"After decades of development, the SWIFT is mature, safe and fast. The preference of counterparties also contributed to its status. But the world is also seeing a rising tendency by the US to launch unilateral sanctions over financial infrastructure and the current event only serves as an urge of countries to develop alternatives to SWIFT," Zhou said. 

"For China, this could mean more efforts to promote cross-border yuan settlement and the further development of CIPS," Zhou said.

The expansion of the CIPS as well as the faster growth of trade between China and its partners, especially along the BRI, could mean CIPS will see more use, analysts predicted, in light of the West's increasing tendency to abuse unilateral sanctions and weaponize financial infrastructure. 

The yuan has seen its popularity as an international currency steadily climb over the last decade.

The yuan's share in global cross-border payment reached 3.2 percent, ranking the fourth trailing behind the US dollar, the euro, the pound, per SWIFT data in January. In 2010, the yuan only ranked 35th when SWIFT started tracking usage across currencies.


BRI boost

In 2021, cross-border yuan settlement volume increased steadily. During the January-November period, cross-border yuan settlement in BRI markets reached 5.1 trillion yuan, a year-on-year increase of 25 percent, according to a China National Radio report in January.

More cross-border settlement in yuan has steadily improved the efficiency of fund settlement and saved transaction costs shouldered by enterprises, reducing the adverse impact of exchange rate fluctuations, the report said.

A manager of the financial department of China Resources, a Chinese state-owned conglomerate, was quoted as saying the company's pharmaceutical business was able to avoid potential currency fluctuations worth over 200 million yuan ($31.65 million). The company currently settles about 10 billion yuan across its pharmaceutical import business in yuan.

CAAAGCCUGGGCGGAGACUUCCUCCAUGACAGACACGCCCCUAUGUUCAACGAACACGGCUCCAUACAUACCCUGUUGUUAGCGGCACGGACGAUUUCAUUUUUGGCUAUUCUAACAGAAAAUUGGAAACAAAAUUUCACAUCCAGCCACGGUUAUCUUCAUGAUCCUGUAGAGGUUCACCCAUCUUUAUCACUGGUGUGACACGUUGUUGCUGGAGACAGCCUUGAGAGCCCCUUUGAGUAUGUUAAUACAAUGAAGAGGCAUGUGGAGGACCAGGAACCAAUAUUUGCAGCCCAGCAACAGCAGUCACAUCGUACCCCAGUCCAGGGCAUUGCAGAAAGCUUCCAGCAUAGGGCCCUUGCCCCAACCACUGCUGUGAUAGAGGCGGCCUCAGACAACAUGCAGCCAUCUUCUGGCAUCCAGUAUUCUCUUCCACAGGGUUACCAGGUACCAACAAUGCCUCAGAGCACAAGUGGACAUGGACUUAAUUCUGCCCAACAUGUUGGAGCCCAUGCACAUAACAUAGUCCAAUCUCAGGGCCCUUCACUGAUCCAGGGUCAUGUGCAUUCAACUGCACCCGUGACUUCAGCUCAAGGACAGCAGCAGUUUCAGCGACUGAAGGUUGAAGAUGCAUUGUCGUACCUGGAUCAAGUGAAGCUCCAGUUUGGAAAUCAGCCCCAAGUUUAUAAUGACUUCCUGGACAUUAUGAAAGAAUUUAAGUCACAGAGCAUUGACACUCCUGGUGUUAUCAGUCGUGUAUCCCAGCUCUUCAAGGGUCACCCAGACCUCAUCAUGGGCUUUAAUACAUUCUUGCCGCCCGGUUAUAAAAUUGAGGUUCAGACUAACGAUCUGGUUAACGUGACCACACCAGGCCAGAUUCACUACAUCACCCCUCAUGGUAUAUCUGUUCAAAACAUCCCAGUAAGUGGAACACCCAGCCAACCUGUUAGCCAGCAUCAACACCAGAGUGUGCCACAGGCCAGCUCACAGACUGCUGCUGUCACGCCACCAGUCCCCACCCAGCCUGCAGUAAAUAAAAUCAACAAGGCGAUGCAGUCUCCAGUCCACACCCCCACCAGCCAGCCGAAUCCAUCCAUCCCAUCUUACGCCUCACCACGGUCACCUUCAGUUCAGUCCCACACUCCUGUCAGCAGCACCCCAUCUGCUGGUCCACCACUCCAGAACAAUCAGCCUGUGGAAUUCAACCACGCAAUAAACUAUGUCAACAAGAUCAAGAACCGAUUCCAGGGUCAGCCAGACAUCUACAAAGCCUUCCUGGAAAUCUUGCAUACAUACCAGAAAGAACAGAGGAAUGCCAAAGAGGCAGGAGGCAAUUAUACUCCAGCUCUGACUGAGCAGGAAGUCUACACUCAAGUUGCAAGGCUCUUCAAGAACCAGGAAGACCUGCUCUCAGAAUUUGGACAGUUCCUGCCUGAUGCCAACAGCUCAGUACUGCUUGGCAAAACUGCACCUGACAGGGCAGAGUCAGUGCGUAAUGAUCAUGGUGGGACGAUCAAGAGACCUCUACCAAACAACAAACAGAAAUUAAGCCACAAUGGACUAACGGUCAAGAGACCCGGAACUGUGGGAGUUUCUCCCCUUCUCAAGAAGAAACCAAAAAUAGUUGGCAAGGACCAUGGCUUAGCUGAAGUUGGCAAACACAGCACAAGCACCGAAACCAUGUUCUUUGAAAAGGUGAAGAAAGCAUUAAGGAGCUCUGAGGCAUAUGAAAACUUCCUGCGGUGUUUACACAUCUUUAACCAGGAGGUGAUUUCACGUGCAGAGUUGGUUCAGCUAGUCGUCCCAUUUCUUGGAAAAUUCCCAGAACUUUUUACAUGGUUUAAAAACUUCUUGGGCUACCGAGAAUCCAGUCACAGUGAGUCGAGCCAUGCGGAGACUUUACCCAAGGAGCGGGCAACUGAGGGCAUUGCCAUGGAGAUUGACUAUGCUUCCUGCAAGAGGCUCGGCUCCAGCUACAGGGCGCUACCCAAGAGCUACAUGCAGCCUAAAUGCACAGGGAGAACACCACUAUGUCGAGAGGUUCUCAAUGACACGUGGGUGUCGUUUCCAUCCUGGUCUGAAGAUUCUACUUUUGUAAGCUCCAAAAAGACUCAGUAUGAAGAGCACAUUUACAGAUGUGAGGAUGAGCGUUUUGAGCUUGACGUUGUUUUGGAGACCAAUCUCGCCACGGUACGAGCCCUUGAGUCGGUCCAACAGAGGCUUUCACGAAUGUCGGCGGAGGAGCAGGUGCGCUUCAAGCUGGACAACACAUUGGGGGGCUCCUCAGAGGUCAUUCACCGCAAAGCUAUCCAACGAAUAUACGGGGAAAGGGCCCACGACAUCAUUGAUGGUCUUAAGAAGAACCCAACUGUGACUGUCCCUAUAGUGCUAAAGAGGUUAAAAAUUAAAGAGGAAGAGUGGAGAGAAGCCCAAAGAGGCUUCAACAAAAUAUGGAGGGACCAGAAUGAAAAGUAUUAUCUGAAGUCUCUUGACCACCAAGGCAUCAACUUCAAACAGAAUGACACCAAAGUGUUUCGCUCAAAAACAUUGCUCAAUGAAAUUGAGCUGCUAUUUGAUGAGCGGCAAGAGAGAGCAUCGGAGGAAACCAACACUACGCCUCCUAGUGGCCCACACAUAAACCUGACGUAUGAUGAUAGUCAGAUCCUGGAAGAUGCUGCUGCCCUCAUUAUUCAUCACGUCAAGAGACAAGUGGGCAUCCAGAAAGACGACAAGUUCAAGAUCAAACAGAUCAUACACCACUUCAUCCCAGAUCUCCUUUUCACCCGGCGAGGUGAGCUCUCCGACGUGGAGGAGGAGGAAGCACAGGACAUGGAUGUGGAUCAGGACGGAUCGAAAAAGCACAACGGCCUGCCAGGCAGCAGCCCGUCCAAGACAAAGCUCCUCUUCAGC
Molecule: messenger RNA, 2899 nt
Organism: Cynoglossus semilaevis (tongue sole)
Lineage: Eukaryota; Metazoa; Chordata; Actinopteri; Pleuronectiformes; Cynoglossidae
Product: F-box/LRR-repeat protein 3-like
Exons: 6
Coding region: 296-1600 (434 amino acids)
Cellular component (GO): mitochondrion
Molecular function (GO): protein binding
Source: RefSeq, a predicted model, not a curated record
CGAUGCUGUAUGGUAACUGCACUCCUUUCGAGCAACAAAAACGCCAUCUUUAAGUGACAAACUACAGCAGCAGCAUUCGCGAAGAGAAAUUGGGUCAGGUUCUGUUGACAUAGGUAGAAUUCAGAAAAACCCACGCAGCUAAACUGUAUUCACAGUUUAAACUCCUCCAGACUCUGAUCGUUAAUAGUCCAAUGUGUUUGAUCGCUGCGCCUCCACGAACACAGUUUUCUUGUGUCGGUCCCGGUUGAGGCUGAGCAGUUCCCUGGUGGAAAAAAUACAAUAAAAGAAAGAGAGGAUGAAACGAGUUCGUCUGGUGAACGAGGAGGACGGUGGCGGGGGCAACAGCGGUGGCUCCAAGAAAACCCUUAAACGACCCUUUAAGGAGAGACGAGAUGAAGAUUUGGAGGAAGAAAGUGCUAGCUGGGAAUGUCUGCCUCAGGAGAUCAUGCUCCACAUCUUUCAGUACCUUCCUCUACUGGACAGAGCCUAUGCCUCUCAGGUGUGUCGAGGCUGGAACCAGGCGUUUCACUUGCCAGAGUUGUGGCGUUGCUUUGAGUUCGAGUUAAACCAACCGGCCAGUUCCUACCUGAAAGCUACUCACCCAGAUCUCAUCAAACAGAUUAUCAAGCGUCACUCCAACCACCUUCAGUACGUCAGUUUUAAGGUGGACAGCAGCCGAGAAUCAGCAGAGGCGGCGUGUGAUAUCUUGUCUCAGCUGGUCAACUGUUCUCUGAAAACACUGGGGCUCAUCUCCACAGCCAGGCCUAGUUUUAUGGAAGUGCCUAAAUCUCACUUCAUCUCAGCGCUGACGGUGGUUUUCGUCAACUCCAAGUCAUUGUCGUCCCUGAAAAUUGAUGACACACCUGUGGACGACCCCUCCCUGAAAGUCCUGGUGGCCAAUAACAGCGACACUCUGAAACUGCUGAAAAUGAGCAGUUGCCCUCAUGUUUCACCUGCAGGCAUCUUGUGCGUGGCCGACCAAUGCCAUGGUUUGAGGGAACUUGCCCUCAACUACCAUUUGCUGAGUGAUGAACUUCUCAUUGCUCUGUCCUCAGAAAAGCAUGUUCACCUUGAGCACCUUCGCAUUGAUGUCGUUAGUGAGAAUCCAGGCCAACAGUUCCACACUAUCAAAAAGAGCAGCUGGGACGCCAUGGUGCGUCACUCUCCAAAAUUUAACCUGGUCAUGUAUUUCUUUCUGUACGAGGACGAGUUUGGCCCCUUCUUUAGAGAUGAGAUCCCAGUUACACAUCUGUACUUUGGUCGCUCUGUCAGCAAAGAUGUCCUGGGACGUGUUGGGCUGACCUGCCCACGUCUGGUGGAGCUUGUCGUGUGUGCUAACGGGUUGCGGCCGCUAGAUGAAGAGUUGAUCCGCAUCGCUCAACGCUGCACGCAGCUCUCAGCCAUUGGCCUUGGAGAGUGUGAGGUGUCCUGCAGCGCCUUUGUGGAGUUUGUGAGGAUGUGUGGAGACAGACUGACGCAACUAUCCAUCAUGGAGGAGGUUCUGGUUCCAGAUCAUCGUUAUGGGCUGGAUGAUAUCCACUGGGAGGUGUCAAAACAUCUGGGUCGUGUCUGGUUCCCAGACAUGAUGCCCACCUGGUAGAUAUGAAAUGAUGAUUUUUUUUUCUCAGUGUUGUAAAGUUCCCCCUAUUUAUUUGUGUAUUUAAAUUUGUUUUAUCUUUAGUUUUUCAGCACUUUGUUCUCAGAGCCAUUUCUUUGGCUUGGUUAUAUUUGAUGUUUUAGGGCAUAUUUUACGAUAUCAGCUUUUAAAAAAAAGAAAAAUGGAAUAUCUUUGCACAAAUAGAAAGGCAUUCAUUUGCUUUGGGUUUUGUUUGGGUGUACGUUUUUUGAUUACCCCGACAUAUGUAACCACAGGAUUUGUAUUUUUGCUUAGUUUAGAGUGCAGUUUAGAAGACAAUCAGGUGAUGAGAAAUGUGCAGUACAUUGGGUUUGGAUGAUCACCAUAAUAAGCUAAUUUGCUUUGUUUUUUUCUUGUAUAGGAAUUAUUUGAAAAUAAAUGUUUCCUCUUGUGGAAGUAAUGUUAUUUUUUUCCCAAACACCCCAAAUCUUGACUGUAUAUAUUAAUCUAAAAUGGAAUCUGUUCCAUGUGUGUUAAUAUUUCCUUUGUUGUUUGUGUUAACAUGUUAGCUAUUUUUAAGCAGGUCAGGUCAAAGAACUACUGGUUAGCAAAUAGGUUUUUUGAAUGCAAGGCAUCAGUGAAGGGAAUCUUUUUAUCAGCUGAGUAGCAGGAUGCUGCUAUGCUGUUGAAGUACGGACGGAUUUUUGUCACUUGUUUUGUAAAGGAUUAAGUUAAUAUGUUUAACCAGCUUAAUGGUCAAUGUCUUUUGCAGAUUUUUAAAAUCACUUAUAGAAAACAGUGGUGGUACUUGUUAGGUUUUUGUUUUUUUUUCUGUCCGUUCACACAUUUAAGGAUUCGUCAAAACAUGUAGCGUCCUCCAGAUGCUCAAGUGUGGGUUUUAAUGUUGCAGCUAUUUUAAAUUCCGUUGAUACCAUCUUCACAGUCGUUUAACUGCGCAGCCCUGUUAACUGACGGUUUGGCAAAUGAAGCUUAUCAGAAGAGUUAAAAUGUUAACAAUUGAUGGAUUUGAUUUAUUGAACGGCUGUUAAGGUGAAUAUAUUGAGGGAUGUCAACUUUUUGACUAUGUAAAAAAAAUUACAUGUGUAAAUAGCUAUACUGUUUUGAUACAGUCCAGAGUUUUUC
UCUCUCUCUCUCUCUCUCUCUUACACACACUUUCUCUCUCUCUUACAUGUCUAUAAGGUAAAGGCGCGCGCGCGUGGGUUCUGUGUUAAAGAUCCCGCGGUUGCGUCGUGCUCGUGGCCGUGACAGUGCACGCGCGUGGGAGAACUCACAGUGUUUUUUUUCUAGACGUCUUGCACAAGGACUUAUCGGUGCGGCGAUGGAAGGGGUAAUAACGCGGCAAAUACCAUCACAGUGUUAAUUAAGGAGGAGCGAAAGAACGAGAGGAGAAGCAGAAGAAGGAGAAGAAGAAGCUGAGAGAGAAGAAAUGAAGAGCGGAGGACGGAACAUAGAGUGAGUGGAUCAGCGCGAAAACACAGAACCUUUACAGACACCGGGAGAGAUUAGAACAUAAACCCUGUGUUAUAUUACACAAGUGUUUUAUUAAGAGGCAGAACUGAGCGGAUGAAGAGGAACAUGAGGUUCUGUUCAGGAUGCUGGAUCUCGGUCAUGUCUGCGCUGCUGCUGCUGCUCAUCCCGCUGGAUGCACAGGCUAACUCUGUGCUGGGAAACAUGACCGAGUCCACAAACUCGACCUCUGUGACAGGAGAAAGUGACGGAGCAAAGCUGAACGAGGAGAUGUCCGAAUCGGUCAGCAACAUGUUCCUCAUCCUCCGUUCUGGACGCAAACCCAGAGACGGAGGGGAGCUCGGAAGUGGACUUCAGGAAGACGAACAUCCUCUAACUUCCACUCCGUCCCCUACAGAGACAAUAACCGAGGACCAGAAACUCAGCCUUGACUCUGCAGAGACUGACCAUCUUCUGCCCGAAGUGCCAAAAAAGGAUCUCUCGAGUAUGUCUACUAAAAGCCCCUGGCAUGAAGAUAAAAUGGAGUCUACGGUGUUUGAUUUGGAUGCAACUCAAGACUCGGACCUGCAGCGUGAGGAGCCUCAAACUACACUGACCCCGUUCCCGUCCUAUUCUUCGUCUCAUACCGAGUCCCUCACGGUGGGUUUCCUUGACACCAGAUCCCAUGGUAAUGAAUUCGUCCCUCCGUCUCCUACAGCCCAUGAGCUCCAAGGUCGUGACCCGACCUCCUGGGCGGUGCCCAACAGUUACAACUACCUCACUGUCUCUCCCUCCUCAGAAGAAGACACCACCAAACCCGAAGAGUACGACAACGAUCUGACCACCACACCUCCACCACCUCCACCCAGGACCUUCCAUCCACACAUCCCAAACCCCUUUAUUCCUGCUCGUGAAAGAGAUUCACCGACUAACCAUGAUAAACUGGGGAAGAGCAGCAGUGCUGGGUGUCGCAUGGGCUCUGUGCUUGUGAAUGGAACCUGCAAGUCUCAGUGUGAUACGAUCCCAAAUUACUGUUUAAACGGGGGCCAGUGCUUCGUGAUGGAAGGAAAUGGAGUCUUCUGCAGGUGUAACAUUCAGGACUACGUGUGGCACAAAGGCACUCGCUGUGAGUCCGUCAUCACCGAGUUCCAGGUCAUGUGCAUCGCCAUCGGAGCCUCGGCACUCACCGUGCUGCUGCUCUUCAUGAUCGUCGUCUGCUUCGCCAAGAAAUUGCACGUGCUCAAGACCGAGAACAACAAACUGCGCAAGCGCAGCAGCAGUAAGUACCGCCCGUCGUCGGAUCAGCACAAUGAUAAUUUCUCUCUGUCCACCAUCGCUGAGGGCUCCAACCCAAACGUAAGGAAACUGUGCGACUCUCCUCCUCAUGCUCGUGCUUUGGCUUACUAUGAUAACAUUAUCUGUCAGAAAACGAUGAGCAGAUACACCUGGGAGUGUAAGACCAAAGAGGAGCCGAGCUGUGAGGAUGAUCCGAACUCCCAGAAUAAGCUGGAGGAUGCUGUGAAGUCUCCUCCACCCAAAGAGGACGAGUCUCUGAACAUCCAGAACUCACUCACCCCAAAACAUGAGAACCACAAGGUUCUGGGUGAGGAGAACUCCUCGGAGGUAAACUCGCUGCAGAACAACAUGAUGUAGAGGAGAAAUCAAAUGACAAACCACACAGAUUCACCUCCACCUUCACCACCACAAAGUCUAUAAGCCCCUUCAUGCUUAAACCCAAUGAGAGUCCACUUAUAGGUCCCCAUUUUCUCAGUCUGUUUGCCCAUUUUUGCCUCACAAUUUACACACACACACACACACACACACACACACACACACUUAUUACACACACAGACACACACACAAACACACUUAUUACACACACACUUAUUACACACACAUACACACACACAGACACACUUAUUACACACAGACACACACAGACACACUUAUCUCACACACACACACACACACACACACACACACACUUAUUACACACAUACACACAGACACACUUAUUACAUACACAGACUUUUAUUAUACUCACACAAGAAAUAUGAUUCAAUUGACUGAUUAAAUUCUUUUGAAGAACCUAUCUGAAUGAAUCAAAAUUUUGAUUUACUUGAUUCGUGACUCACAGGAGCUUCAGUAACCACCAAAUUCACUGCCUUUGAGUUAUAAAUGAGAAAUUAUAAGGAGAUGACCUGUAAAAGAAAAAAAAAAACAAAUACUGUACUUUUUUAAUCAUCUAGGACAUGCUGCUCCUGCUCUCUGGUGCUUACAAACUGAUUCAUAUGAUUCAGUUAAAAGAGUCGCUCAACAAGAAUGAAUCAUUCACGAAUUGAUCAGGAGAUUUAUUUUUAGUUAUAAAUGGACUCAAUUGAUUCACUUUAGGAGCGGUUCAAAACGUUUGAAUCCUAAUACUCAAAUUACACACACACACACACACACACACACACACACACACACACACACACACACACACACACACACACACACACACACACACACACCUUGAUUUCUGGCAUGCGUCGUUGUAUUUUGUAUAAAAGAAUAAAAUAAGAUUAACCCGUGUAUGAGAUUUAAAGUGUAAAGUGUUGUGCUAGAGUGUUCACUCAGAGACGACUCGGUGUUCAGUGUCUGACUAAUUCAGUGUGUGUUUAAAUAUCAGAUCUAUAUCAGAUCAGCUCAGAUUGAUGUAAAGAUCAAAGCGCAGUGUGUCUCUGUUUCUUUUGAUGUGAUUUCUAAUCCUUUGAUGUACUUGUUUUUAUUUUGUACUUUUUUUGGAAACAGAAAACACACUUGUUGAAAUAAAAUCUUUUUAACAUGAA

Some users of CIPS are also saying the system has made doing business more convenient.

A staff member from a finance company located in Qingdao, East China's Shandong Province told the Global Times on Thursday that the CIPS standard transceiver had addressed shortcomings during the previous cross-border clearing process.

"It helped us overcome clearing delays and inability to confirm the status of fund nodes in a timely manner, which has not only reduced cost and commission rate, but also improved the efficiency of cross-border payment," he said.

The company is connected to the CIPS standard transceiver and an indirect participant, which needs to rely on peer banks for clearing business. 

Myanmar Chinese Chamber of Commerce told the Global Times on Thursday that some enterprises in Myanmar use the CIPS for trade with China. 

"The convenience brought by settlement on the CIPS is that there is no need for China-Myanmar trade to be settled with the US dollar," the chamber said.

Analysts noted that many of the BRI partners are not Western countries and this fact could mean that the insistence of settling trades in US dollars or using SWIFT won't be as strong as counterparties traditionally dealing with Chinese companies.

Given the faster growth of trade between China and countries and regions along the BRI, the internationalization of the yuan and payment via CIPS could grow, analysts have claimed.

In 2021, China's trade with BRI economies grew by 23.6 percent, 2.2 percentage points higher than the overall growth rate, per customs statistics in January.